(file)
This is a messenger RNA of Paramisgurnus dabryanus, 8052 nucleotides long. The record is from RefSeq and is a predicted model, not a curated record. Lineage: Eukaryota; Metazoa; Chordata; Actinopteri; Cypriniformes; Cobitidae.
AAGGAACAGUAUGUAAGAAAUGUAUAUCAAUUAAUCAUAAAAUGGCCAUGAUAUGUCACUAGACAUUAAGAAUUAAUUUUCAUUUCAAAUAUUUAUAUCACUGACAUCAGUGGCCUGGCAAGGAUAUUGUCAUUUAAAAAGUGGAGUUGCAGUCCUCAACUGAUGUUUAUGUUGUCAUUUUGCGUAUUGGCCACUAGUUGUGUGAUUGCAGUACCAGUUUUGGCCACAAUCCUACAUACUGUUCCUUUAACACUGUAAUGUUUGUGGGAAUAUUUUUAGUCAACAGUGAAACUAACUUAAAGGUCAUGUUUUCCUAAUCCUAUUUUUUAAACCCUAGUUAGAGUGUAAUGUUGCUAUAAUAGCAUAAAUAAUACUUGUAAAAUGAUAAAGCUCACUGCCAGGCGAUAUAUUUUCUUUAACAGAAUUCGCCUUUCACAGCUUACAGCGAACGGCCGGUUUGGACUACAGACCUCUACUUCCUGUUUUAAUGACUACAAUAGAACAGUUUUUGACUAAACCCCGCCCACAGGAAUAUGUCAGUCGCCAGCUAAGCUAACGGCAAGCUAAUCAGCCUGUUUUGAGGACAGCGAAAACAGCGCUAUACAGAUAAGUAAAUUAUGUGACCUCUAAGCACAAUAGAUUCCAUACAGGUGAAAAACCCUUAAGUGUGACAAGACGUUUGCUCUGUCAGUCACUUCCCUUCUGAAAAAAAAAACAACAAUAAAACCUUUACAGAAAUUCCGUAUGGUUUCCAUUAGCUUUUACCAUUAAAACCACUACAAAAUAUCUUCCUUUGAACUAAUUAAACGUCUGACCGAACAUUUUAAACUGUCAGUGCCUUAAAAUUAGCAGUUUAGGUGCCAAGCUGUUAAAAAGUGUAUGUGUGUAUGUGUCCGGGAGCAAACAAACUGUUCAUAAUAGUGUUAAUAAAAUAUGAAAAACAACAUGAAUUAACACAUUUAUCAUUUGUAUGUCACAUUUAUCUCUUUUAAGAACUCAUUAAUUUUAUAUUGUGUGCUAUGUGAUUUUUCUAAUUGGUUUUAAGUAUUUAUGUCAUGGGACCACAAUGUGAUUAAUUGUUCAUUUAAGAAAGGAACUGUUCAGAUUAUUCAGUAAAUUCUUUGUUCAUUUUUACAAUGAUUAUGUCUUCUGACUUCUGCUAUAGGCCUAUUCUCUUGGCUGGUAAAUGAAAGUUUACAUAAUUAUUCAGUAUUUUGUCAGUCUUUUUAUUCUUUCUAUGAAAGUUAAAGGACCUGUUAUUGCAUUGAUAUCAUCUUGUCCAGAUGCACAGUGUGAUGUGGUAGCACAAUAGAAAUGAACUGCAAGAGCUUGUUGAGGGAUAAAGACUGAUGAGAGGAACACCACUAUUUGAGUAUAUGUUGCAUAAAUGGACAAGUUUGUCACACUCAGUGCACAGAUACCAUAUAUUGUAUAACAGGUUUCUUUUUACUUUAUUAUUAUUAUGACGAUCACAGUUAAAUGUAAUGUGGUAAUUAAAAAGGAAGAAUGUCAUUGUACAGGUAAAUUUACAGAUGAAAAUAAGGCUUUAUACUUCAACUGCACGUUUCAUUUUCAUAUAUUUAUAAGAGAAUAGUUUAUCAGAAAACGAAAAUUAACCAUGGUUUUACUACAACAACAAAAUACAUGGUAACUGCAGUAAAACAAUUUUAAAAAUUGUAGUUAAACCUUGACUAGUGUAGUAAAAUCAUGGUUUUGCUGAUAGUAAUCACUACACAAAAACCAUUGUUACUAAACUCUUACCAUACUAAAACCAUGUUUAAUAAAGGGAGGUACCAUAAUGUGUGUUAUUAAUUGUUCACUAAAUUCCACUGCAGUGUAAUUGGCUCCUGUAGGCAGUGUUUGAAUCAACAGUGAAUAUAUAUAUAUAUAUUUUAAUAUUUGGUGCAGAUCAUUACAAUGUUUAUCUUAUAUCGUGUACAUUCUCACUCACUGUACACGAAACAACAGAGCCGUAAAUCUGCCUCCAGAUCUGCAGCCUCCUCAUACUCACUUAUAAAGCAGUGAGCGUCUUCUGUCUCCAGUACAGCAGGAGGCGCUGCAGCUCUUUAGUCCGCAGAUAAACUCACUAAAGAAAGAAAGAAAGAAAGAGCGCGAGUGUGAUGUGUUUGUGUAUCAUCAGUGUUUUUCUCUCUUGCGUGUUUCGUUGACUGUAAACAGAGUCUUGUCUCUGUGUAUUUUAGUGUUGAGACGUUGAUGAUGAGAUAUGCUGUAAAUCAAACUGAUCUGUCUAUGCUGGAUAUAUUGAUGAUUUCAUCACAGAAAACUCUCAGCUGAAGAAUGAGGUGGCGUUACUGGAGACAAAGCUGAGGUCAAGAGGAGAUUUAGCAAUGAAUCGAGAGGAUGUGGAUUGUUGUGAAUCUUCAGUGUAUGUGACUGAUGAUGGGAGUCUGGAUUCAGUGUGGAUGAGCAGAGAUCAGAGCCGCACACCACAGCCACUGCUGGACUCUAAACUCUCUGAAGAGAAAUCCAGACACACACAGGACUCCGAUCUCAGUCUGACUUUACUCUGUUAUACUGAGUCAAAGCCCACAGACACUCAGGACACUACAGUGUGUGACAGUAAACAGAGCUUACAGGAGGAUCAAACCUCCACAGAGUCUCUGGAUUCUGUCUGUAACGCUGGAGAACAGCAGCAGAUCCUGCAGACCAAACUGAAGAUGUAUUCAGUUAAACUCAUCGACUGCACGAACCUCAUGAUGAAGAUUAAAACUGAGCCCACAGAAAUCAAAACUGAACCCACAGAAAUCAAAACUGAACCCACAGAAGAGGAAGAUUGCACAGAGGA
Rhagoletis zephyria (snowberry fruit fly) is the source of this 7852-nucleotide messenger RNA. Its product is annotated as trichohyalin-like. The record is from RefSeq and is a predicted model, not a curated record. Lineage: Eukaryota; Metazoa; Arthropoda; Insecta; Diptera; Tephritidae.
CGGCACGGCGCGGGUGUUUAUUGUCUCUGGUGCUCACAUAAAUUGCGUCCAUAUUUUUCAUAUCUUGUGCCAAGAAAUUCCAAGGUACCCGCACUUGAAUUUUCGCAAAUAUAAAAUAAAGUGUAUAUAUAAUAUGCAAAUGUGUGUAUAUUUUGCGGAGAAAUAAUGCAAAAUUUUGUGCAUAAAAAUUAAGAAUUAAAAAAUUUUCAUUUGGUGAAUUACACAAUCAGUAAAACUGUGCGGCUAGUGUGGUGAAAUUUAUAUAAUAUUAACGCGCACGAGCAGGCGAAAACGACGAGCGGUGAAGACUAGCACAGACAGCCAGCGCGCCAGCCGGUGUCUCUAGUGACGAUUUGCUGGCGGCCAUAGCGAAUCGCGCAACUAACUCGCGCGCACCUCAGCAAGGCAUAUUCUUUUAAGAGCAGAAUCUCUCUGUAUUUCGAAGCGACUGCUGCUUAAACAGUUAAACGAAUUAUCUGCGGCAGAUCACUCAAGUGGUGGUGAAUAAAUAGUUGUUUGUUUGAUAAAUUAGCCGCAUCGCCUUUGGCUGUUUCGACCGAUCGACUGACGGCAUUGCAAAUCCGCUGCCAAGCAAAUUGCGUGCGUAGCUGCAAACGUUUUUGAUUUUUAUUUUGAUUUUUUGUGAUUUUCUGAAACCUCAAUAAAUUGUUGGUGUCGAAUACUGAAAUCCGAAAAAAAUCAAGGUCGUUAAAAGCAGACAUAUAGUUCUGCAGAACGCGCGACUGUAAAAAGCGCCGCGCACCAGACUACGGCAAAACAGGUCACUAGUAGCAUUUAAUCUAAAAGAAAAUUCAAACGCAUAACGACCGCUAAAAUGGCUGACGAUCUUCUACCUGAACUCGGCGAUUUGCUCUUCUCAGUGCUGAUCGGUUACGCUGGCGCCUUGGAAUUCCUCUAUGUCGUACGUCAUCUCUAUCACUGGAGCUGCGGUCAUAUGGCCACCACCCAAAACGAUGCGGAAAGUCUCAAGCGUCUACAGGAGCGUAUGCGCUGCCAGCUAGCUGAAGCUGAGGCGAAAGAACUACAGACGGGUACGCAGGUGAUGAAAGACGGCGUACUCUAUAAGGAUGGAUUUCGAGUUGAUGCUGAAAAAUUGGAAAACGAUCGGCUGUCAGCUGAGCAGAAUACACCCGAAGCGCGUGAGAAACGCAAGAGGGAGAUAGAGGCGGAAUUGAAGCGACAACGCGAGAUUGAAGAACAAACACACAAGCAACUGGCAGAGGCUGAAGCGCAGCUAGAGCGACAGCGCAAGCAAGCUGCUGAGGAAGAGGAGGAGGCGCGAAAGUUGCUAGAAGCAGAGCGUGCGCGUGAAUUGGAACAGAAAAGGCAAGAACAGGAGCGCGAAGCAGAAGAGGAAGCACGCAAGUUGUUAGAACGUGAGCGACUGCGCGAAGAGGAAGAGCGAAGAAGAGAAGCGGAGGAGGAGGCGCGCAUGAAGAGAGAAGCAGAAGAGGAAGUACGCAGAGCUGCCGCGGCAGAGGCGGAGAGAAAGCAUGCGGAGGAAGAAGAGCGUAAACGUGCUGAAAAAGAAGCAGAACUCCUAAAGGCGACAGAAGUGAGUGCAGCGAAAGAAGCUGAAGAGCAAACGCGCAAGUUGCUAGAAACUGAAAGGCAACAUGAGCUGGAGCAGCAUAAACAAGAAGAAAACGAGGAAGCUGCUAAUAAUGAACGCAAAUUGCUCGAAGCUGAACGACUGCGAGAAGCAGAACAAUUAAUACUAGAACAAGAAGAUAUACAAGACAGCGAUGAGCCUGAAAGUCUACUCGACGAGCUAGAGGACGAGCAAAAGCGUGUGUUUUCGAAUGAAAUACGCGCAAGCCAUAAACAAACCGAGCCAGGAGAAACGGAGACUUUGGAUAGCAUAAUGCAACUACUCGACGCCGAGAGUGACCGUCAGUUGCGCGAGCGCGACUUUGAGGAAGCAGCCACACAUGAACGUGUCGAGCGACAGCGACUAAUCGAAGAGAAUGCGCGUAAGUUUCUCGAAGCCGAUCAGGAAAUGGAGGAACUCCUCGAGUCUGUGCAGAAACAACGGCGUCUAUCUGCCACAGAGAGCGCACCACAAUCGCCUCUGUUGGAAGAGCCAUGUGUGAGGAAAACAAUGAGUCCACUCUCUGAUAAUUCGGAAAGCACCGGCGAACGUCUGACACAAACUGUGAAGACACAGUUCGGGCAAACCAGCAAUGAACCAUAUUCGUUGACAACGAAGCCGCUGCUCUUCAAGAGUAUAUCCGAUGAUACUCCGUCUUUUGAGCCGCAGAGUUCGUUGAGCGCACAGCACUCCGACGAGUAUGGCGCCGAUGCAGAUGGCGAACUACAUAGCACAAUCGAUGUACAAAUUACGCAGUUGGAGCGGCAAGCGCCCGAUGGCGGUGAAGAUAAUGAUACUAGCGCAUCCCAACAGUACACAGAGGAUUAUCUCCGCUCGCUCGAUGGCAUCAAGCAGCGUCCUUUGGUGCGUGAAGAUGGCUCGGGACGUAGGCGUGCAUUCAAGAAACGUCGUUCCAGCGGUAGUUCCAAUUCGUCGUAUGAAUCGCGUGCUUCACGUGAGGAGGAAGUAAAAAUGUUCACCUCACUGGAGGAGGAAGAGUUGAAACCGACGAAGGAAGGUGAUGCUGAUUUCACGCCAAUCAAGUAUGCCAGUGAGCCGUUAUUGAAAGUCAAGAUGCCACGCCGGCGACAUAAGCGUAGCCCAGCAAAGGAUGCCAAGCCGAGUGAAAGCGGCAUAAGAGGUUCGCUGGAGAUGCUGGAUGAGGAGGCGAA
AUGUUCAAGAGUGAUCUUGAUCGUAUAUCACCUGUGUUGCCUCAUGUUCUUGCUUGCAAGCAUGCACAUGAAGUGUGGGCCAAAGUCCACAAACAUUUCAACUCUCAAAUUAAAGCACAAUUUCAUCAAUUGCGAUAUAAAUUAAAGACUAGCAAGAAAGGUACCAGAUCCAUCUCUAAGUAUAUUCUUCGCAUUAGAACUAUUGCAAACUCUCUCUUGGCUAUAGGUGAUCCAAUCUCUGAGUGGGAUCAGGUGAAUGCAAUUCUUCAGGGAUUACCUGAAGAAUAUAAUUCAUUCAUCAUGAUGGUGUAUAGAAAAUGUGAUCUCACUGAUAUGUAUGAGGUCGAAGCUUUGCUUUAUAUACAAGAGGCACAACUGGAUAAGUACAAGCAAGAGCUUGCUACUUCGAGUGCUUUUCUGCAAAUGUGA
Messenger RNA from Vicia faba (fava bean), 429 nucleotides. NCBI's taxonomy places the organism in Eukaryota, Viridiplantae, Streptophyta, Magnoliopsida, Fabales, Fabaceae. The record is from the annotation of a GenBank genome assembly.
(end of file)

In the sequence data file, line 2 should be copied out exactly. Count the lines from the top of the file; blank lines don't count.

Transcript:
AAGGAACAGUAUGUAAGAAAUGUAUAUCAAUUAAUCAUAAAAUGGCCAUGAUAUGUCACUAGACAUUAAGAAUUAAUUUUCAUUUCAAAUAUUUAUAUCACUGACAUCAGUGGCCUGGCAAGGAUAUUGUCAUUUAAAAAGUGGAGUUGCAGUCCUCAACUGAUGUUUAUGUUGUCAUUUUGCGUAUUGGCCACUAGUUGUGUGAUUGCAGUACCAGUUUUGGCCACAAUCCUACAUACUGUUCCUUUAACACUGUAAUGUUUGUGGGAAUAUUUUUAGUCAACAGUGAAACUAACUUAAAGGUCAUGUUUUCCUAAUCCUAUUUUUUAAACCCUAGUUAGAGUGUAAUGUUGCUAUAAUAGCAUAAAUAAUACUUGUAAAAUGAUAAAGCUCACUGCCAGGCGAUAUAUUUUCUUUAACAGAAUUCGCCUUUCACAGCUUACAGCGAACGGCCGGUUUGGACUACAGACCUCUACUUCCUGUUUUAAUGACUACAAUAGAACAGUUUUUGACUAAACCCCGCCCACAGGAAUAUGUCAGUCGCCAGCUAAGCUAACGGCAAGCUAAUCAGCCUGUUUUGAGGACAGCGAAAACAGCGCUAUACAGAUAAGUAAAUUAUGUGACCUCUAAGCACAAUAGAUUCCAUACAGGUGAAAAACCCUUAAGUGUGACAAGACGUUUGCUCUGUCAGUCACUUCCCUUCUGAAAAAAAAAACAACAAUAAAACCUUUACAGAAAUUCCGUAUGGUUUCCAUUAGCUUUUACCAUUAAAACCACUACAAAAUAUCUUCCUUUGAACUAAUUAAACGUCUGACCGAACAUUUUAAACUGUCAGUGCCUUAAAAUUAGCAGUUUAGGUGCCAAGCUGUUAAAAAGUGUAUGUGUGUAUGUGUCCGGGAGCAAACAAACUGUUCAUAAUAGUGUUAAUAAAAUAUGAAAAACAACAUGAAUUAACACAUUUAUCAUUUGUAUGUCACAUUUAUCUCUUUUAAGAACUCAUUAAUUUUAUAUUGUGUGCUAUGUGAUUUUUCUAAUUGGUUUUAAGUAUUUAUGUCAUGGGACCACAAUGUGAUUAAUUGUUCAUUUAAGAAAGGAACUGUUCAGAUUAUUCAGUAAAUUCUUUGUUCAUUUUUACAAUGAUUAUGUCUUCUGACUUCUGCUAUAGGCCUAUUCUCUUGGCUGGUAAAUGAAAGUUUACAUAAUUAUUCAGUAUUUUGUCAGUCUUUUUAUUCUUUCUAUGAAAGUUAAAGGACCUGUUAUUGCAUUGAUAUCAUCUUGUCCAGAUGCACAGUGUGAUGUGGUAGCACAAUAGAAAUGAACUGCAAGAGCUUGUUGAGGGAUAAAGACUGAUGAGAGGAACACCACUAUUUGAGUAUAUGUUGCAUAAAUGGACAAGUUUGUCACACUCAGUGCACAGAUACCAUAUAUUGUAUAACAGGUUUCUUUUUACUUUAUUAUUAUUAUGACGAUCACAGUUAAAUGUAAUGUGGUAAUUAAAAAGGAAGAAUGUCAUUGUACAGGUAAAUUUACAGAUGAAAAUAAGGCUUUAUACUUCAACUGCACGUUUCAUUUUCAUAUAUUUAUAAGAGAAUAGUUUAUCAGAAAACGAAAAUUAACCAUGGUUUUACUACAACAACAAAAUACAUGGUAACUGCAGUAAAACAAUUUUAAAAAUUGUAGUUAAACCUUGACUAGUGUAGUAAAAUCAUGGUUUUGCUGAUAGUAAUCACUACACAAAAACCAUUGUUACUAAACUCUUACCAUACUAAAACCAUGUUUAAUAAAGGGAGGUACCAUAAUGUGUGUUAUUAAUUGUUCACUAAAUUCCACUGCAGUGUAAUUGGCUCCUGUAGGCAGUGUUUGAAUCAACAGUGAAUAUAUAUAUAUAUAUUUUAAUAUUUGGUGCAGAUCAUUACAAUGUUUAUCUUAUAUCGUGUACAUUCUCACUCACUGUACACGAAACAACAGAGCCGUAAAUCUGCCUCCAGAUCUGCAGCCUCCUCAUACUCACUUAUAAAGCAGUGAGCGUCUUCUGUCUCCAGUACAGCAGGAGGCGCUGCAGCUCUUUAGUCCGCAGAUAAACUCACUAAAGAAAGAAAGAAAGAAAGAGCGCGAGUGUGAUGUGUUUGUGUAUCAUCAGUGUUUUUCUCUCUUGCGUGUUUCGUUGACUGUAAACAGAGUCUUGUCUCUGUGUAUUUUAGUGUUGAGACGUUGAUGAUGAGAUAUGCUGUAAAUCAAACUGAUCUGUCUAUGCUGGAUAUAUUGAUGAUUUCAUCACAGAAAACUCUCAGCUGAAGAAUGAGGUGGCGUUACUGGAGACAAAGCUGAGGUCAAGAGGAGAUUUAGCAAUGAAUCGAGAGGAUGUGGAUUGUUGUGAAUCUUCAGUGUAUGUGACUGAUGAUGGGAGUCUGGAUUCAGUGUGGAUGAGCAGAGAUCAGAGCCGCACACCACAGCCACUGCUGGACUCUAAACUCUCUGAAGAGAAAUCCAGACACACACAGGACUCCGAUCUCAGUCUGACUUUACUCUGUUAUACUGAGUCAAAGCCCACAGACACUCAGGACACUACAGUGUGUGACAGUAAACAGAGCUUACAGGAGGAUCAAACCUCCACAGAGUCUCUGGAUUCUGUCUGUAACGCUGGAGAACAGCAGCAGAUCCUGCAGACCAAACUGAAGAUGUAUUCAGUUAAACUCAUCGACUGCACGAACCUCAUGAUGAAGAUUAAAACUGAGCCCACAGAAAUCAAAACUGAACCCACAGAAAUCAAAACUGAACCCACAGAAGAGGAAGAUUGCACAGAGGA